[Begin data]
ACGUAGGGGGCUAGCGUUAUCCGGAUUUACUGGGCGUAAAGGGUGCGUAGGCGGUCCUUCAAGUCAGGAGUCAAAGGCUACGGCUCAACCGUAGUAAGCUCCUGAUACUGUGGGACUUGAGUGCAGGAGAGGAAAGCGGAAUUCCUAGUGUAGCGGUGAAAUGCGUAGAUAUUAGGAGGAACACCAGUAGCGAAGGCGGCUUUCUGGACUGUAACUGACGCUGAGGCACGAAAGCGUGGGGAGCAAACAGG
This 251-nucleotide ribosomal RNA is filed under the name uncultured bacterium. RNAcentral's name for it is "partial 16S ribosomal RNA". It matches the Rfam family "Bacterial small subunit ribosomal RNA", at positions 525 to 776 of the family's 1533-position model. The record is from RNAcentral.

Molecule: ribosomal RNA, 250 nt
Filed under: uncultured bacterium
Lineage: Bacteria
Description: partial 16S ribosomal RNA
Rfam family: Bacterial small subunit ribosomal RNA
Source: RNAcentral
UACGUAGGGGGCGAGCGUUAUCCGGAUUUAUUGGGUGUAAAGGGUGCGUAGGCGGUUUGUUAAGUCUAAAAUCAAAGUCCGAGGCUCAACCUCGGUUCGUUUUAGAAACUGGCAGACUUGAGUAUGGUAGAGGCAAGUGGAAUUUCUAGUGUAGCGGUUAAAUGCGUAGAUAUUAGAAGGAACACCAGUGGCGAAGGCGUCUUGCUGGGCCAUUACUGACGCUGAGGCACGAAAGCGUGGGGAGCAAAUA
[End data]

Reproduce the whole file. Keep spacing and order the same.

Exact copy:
ACGUAGGGGGCUAGCGUUAUCCGGAUUUACUGGGCGUAAAGGGUGCGUAGGCGGUCCUUCAAGUCAGGAGUCAAAGGCUACGGCUCAACCGUAGUAAGCUCCUGAUACUGUGGGACUUGAGUGCAGGAGAGGAAAGCGGAAUUCCUAGUGUAGCGGUGAAAUGCGUAGAUAUUAGGAGGAACACCAGUAGCGAAGGCGGCUUUCUGGACUGUAACUGACGCUGAGGCACGAAAGCGUGGGGAGCAAACAGG
This 251-nucleotide ribosomal RNA is filed under the name uncultured bacterium. RNAcentral's name for it is "partial 16S ribosomal RNA". It matches the Rfam family "Bacterial small subunit ribosomal RNA", at positions 525 to 776 of the family's 1533-position model. The record is from RNAcentral.

Molecule: ribosomal RNA, 250 nt
Filed under: uncultured bacterium
Lineage: Bacteria
Description: partial 16S ribosomal RNA
Rfam family: Bacterial small subunit ribosomal RNA
Source: RNAcentral
UACGUAGGGGGCGAGCGUUAUCCGGAUUUAUUGGGUGUAAAGGGUGCGUAGGCGGUUUGUUAAGUCUAAAAUCAAAGUCCGAGGCUCAACCUCGGUUCGUUUUAGAAACUGGCAGACUUGAGUAUGGUAGAGGCAAGUGGAAUUUCUAGUGUAGCGGUUAAAUGCGUAGAUAUUAGAAGGAACACCAGUGGCGAAGGCGUCUUGCUGGGCCAUUACUGACGCUGAGGCACGAAAGCGUGGGGAGCAAAUA